Late November. Northern climes. Dry crisp mornings and rustling floors of park leaves giving way to damp, darker days as nature's clock ticks us towards early winter.
Our little earth rock rotating with relentless cosmic efficiency. Its less climate-trusted species, alas, now blurring the lines between once distinct meteorological seasons.Adjustments of the season, adjustments of the mind. For many, a disordered and difficult process.
Extended public health restrictions will make this seasonal transition even more arduous. The social interactions that help sustain us through the lonelier winter months will be heavily curtailed, adding to an already rising mental health crisis.
Figures showed a significant surge in 'lockdown loneliness' as the clocks changed at the end of October. This includes particularly high numbers of younger, as well as older, people. Coping with long dark nights of detachment and isolation will be a new and challenging experience for many.
The worries we harbour over recent events, what's going on, and what's yet to come can often seem overwhelming.
When feeling like this, it's good to avoid excess exposure to repetitive news, adversarial social media and other mind-burdening output.
Reflect, instead, on the commonality being shown by others, the enduring support of family, the selfless friends helping to keep us going, the kindly acts of a neighbour.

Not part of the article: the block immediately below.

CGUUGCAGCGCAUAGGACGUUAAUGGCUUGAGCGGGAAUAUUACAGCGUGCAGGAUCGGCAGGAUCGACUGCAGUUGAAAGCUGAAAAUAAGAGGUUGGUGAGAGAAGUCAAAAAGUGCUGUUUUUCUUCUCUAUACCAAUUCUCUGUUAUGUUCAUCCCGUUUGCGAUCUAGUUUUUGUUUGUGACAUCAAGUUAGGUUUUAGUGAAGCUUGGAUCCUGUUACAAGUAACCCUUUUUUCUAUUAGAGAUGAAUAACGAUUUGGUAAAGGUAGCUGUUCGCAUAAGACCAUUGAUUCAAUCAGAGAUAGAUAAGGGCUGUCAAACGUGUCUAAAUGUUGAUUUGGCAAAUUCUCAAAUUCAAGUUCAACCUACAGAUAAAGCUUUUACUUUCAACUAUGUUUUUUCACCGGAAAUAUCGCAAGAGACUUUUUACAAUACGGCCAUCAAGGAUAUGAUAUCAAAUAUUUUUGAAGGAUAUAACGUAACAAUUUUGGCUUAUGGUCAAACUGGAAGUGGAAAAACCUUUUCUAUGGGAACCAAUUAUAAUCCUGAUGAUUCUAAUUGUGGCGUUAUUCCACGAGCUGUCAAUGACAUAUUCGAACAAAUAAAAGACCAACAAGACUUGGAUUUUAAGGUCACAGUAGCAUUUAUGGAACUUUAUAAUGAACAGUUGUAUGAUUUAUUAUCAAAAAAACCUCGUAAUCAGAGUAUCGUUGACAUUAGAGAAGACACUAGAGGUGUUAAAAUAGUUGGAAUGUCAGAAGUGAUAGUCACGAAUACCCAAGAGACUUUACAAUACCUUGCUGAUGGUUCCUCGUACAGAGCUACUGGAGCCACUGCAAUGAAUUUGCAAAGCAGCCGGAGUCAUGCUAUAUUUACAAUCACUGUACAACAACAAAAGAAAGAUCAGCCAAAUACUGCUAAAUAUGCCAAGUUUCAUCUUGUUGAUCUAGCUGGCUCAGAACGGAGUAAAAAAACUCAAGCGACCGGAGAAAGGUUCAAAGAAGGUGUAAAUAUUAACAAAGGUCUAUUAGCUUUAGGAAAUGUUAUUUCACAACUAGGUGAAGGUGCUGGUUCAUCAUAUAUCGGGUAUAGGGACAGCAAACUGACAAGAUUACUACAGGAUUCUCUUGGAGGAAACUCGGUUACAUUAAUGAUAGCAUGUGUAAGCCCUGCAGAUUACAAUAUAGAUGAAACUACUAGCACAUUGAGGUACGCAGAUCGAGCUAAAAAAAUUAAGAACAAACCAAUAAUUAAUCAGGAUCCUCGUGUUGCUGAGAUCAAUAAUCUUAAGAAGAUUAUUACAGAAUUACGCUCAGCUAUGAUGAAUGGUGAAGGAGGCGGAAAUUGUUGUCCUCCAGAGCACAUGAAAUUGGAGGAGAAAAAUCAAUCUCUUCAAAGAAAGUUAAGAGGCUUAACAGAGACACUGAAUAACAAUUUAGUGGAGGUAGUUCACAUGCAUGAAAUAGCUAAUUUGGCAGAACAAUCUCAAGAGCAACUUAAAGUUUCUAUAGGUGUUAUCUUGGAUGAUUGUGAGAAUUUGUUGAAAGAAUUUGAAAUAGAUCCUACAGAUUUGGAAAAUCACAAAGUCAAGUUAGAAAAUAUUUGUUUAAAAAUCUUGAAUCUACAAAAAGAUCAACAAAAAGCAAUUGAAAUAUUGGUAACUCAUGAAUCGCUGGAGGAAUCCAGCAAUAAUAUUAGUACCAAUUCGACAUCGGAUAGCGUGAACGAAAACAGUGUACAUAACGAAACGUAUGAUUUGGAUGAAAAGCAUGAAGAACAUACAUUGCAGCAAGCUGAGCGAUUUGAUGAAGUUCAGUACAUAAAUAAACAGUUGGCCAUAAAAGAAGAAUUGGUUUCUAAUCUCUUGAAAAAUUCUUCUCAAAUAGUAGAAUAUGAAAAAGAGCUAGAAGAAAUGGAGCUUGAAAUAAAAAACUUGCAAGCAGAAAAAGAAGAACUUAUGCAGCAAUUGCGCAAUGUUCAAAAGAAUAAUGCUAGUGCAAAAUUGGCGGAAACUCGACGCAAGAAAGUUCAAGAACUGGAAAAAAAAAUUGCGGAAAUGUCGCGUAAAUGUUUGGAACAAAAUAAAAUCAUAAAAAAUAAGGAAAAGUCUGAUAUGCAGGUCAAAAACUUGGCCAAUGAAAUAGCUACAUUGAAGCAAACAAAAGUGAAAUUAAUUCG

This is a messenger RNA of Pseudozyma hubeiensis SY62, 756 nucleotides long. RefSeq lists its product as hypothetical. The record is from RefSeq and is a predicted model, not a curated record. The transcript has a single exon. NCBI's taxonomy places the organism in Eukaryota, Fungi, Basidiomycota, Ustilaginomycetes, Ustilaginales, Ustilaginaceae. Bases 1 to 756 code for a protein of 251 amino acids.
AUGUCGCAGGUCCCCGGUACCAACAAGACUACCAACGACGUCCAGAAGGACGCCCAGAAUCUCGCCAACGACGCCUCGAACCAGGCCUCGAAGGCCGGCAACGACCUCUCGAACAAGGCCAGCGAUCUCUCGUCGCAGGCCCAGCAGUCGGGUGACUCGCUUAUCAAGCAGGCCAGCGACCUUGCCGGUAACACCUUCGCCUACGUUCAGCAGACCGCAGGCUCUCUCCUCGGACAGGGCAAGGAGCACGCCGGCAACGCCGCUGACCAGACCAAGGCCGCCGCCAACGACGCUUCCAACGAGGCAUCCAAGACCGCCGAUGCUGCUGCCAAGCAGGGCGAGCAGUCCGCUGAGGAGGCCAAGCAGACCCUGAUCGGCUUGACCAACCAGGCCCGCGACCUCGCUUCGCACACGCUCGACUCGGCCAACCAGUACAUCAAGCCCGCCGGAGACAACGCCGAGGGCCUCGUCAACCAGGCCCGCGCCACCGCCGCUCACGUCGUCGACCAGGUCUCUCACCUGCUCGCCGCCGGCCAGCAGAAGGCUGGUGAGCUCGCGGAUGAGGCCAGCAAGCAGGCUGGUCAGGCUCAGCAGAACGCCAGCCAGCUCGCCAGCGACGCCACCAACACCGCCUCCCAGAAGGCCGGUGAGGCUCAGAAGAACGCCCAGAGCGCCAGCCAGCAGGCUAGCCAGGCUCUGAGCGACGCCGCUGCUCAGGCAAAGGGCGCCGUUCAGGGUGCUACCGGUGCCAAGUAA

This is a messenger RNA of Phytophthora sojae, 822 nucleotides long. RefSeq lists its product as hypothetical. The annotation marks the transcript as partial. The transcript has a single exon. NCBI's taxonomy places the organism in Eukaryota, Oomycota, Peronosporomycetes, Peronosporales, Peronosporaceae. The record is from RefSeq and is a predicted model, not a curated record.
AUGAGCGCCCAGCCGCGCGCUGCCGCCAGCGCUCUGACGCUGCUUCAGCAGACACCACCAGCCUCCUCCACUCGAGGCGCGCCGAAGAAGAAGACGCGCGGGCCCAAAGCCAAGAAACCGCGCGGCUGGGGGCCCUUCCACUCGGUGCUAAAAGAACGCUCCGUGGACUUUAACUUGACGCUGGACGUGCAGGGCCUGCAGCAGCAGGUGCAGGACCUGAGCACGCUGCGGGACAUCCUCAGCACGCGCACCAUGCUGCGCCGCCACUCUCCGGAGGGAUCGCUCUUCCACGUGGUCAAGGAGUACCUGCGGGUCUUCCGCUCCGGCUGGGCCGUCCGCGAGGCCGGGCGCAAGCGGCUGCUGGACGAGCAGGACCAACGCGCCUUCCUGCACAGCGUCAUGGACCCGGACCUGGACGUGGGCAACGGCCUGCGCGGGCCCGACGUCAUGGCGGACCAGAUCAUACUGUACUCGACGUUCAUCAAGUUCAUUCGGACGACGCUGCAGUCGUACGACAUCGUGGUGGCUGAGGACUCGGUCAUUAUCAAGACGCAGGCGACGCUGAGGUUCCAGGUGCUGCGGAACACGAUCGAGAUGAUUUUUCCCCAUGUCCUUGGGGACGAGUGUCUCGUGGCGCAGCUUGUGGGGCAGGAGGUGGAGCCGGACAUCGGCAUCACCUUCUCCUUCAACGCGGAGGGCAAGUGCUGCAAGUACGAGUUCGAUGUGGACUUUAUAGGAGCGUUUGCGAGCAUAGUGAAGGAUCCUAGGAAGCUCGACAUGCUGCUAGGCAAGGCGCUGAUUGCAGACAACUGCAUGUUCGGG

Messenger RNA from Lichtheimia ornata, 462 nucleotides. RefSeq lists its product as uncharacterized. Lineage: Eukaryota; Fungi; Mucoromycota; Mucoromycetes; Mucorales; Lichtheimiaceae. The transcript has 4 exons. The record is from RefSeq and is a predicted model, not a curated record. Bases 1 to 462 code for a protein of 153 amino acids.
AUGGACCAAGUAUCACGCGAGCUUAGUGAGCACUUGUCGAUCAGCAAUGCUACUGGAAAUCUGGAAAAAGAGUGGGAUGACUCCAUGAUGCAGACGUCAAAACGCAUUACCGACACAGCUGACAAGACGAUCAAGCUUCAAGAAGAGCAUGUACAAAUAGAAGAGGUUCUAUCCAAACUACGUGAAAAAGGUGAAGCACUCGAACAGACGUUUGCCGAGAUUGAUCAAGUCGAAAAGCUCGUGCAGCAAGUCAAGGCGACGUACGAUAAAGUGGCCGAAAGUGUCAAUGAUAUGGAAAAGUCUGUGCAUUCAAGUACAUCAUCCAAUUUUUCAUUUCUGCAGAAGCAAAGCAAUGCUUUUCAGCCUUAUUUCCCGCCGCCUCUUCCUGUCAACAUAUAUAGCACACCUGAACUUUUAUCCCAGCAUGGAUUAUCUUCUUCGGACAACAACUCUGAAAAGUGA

Exercise regularly, if possible, do balance and yoga-type stretches, take outdoor walks, put on background music, dance, and do any diversifying thing that promotes an easy, uplifting and positive mindset.
Putting down some notes on feelings and emotions may help too, even writing little messages or a letter to a loved one.
Short meditations through the day and night can bring particular welcome respite and alleviation of anxiety.
Mindful contentment can be hugely beneficial to our overall psychology, helping to boost our immune systems and general health.
Restrictions on the festive season will also affect many this year. Yet might this be a most useful moment to take a more mindful view of the whole stressful enterprise?
Perhaps this season's limitations on the great festival of consumption can bring a more appreciative sense of all the things we really don't need, and the true value we place in the greater gifts of good health, nature and human connection.
How much nicer to move with the slow instruction of the turning earth than the rushing dictates of the manic market.
Light some candles and mark the mystical winter solstice, as the shortest day and longest night gives gradual way to returning sunlight.
And as we watch the changing days, extend that sense of loving kindness not only from yourself and towards others, but to all species and our bountiful planet, breathing in calm, rhythmic meditation with the cycle of all its wondrous seasons.